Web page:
Once the patient has decided on their options, Dr. Monsalve, and his associate Dr. Correa begin the pre and post-operative treatment plan.  This plan is more than discussing payment, arranging a date for surgery, and a follow-up visit.  As Dr. Monsalve explains – it’s a process that encompasses the entire pre-operative period, surgery and recovery.

Patients undergo a compete physical examination, with blood work and cardiac testing as appropriate (usually EKG).  Patients are evaluated and treated by internal medicine physicians for any co-morbid conditions before meeting with the anesthesiologist for further evaluation.  (This is done to reduce risk of peri-operative and post-operative complications).   The degree of pre-surgical evaluation is related to the type of treatment – with more comprehensive evaluations for patients who elect to have surgical procedures with general anesthesia.

Intra-operative care is provided by the attending anesthesiologist with the initial post-operative recovery under monitored care in the recovery room.  But after the immediate recovery, patients aren’t simply discharged home.

The discharge planning / recovery phase is also governed by Dr. Monsalve and his team.  This includes a 24 hour call line, and home visits, as needed.  In fact, Dr. Monsalve encourages patients to call, saying, If a patient is having pain – they should call.. If they have questions or concerns, they should call.  It doesn’t matter what time it is.

Dr. Monsalve also encourages patients to consider aesthetics “a process- not just a surgery”.  He states that this treatment is a part of a patient’s life, and that using a philosophy of a process-based approach (rather than an episodic experience of pay – surgery – follow-up visit) results in a better patient experience, better outcomes and greater satisfaction/ happiness with the outcomes.  He believes that successful aesthetic procedures aren’t about  making people prettier, it’s about making people happier with themselves.

Medellin surgeons serving their community

During our discussion, we also talked about the many ways that local surgeons give back to their communities.  While this includes the more widely known programs such as Operacion Sonrisa, it also includes programs such as Gorditis de Corazon for post-bariatric procedures, Angeles por Colombia , a more generalized organization that recruits volunteers from all professions and areas of society (which operates under a philosophy of each one recipient then helps three others) as well as several other programs aimed at providing reconstructive surgery procedures to low-income Colombians.

Gel Matrix for skin rejuvenation

During our visit we also talked to Dr. Maria del Pilar Sanin, another medica estetica, who performs many of the non-surgical procedures offered at Nova.  She talked about Recombinant Plasma (approximate translation) which uses a gel matrix made for the patient’s own blood to improve the appearance and condition of the skin.

The origins of gel matrix: cardiac surgery

Having worked in cardiac surgery, this concept is not new – our perfusionist in Virginia often used the patient’s shed blood in orthopedic surgery to make a similar gel matrix that enhanced healing and reduced inflammation – particularly in patients with a history of poor wound healing.

Here at the clinica Nova, no major surgery is required.  Blood is taken, (by syringe) and placed into a centrifuge.  Now if you can remember back to high school biology – this causes the blood to separate into its components, buffy coat, platelets and red cell matter.  Then the doctor uses the platelet rich portion (which also contains fibroblasts, collagen, and other nutrients important to skin elasticity and wound healing).  This formula is then injected in small increments into the patient’s face to promote skin health and rejuvenation.  Since the material is made for the patient’s own body, (and unadulterated with preservatives or other chemicals) there is no possibility for allergic reactions or sensitivities to the ingredients.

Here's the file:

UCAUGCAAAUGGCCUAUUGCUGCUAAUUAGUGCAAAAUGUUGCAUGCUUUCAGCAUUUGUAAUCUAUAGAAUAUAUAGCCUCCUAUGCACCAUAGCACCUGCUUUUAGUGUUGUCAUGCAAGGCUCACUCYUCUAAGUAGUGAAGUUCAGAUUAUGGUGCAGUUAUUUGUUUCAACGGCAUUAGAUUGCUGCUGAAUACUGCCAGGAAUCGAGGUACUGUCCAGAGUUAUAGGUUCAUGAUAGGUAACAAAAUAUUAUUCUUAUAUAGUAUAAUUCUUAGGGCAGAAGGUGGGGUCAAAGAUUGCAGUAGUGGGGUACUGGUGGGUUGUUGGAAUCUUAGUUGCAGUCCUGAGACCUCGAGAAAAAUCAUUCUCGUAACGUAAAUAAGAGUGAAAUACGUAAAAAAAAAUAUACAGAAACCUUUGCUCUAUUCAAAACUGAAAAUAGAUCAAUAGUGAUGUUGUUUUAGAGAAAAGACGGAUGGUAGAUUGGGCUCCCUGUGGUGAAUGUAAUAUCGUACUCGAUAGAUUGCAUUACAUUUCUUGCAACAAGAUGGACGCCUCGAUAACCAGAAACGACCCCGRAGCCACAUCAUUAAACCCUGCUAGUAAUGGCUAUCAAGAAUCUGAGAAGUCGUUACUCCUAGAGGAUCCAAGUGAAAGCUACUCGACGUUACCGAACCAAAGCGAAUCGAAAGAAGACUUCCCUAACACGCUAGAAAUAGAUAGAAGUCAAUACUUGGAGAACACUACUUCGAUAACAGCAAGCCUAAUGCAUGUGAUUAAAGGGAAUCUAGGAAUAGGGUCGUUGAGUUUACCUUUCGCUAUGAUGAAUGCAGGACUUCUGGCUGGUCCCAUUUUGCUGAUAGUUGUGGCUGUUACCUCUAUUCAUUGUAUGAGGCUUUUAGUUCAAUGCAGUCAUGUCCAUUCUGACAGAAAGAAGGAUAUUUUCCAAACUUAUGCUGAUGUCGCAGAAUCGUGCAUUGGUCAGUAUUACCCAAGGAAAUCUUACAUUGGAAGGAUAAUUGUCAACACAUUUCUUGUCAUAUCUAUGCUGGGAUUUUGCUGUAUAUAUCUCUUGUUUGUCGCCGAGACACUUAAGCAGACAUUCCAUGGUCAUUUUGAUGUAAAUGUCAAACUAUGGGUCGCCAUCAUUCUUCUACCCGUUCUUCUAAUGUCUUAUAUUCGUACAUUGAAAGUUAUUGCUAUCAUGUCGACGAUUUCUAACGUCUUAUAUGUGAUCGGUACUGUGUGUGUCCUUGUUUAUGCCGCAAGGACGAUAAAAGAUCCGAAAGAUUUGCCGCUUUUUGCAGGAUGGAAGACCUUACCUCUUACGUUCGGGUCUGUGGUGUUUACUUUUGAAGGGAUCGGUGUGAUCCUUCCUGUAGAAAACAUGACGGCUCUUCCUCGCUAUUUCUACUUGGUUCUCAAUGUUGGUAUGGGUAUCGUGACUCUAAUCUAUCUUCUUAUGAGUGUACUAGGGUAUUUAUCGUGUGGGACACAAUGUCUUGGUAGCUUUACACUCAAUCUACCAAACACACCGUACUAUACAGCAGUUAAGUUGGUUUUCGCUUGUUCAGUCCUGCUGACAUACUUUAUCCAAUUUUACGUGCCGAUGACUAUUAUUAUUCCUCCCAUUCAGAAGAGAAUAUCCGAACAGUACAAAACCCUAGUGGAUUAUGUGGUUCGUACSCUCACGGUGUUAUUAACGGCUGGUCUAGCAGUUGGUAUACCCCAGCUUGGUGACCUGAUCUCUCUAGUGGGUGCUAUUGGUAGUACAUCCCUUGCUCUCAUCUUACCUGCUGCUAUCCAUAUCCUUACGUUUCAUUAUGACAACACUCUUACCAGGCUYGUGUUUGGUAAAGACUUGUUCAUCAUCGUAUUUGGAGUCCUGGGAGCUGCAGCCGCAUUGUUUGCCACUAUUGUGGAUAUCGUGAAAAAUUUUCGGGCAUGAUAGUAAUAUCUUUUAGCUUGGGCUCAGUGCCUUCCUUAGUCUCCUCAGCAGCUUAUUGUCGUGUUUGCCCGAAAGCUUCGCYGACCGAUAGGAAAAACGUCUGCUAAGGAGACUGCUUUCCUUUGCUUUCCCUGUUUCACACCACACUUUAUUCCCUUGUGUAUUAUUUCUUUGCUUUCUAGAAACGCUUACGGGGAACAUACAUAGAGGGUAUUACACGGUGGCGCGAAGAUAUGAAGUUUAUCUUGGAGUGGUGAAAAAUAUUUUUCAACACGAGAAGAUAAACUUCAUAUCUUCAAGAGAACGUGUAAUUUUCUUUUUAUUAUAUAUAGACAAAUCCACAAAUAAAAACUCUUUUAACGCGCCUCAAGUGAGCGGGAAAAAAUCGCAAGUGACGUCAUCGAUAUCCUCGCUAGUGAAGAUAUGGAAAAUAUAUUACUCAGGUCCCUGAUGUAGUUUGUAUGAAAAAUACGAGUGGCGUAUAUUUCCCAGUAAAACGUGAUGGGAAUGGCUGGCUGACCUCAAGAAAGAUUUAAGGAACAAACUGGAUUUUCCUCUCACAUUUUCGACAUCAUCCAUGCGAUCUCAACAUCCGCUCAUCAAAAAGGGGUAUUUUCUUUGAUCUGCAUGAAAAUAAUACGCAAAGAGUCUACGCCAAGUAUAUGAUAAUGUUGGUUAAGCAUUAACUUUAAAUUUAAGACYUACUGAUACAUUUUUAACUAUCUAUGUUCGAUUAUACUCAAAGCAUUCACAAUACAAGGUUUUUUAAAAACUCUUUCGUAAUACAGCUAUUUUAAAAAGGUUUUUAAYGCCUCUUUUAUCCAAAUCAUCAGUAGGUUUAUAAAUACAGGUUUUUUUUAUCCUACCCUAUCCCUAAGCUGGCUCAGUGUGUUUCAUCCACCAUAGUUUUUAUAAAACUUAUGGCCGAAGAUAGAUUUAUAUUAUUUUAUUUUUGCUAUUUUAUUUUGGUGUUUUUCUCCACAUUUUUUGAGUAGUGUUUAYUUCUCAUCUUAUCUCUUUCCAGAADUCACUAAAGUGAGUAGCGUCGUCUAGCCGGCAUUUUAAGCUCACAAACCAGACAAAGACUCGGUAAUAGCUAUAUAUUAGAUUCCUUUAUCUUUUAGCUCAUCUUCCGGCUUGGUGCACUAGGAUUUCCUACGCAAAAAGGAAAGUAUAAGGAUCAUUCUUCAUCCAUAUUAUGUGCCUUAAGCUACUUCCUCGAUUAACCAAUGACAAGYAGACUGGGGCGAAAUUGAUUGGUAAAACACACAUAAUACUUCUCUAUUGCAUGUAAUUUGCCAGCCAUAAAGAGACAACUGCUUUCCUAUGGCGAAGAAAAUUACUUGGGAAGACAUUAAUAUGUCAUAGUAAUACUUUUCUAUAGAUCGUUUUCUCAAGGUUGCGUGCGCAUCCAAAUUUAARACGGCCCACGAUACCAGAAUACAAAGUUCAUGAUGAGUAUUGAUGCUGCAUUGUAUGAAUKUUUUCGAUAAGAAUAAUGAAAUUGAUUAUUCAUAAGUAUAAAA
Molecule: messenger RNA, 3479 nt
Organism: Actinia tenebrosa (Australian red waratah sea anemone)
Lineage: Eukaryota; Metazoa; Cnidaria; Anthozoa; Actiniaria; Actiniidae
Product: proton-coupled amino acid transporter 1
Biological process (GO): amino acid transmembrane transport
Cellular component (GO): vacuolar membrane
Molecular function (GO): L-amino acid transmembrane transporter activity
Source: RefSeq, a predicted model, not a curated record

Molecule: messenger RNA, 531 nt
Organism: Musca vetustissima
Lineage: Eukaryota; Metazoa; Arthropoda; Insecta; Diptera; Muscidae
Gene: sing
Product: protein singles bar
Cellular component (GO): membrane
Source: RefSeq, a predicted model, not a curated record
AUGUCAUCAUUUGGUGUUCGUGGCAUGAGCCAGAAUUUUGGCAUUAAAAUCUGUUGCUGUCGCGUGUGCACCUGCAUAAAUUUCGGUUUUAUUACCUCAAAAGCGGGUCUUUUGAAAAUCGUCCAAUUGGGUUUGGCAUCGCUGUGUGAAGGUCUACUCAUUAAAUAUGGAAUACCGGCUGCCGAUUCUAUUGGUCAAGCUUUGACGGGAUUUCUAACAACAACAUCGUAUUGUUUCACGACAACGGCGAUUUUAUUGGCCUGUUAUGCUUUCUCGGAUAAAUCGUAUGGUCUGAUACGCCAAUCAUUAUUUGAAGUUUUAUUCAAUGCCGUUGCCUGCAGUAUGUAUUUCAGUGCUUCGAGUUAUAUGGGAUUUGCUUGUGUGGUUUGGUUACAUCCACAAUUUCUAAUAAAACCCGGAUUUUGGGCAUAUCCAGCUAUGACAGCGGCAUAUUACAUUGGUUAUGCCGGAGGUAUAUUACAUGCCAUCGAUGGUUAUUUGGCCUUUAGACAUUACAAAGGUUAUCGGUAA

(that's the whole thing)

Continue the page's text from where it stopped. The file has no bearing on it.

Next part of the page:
Dr. Maria del Pilar Sanin reports that the healing time for this procedure is approximately four days, and that redness and inflammation at the sites of injections are common immediately after this procedure.  She states that the duration of the effects depend on the patient’s underlying skin condition, general health and age.  On average it lasts 1.5 to 2.0 years in most patients, but may not last as long in patients with extensive sun damage or deteriorated skin condition.

She recommends this procedure as a complimentary treatment to other non-surgical treatments for better overall skin condition/ health and a reduction in the appearance of wrinkles and fine lines.  She reports it is frequently used to treat the deepening of the naso-labial fold (the line that stretches from the nose to the corners of the mouth.)

Clinica Nova offers a wide-range of patient-centered aesthetic procedures and plastic surgery – all under one roof.

Sanabria, breast implant

Medellin Plastic Surgeons: Aristizobal Aramburo thru Gomez Botero


Medellensa (or women from Medellin) are considered some of the most beautiful women in the world.  However, they often have had some help.  Plastic surgery is wildly popular in Medellin, Colombia and much of Latin America, and standards of beauty are based on a voluptuous physique with large breasts, small waist and an (often) exaggerated caboose.  Actress Sofia Vergara, of Barranquilla is a classic example of Colombian beauty ideals, which have spread into popularity to the United States.  Many North Americans and Europeans seeking this look come to Medellin for the city’s famed plastic surgeons.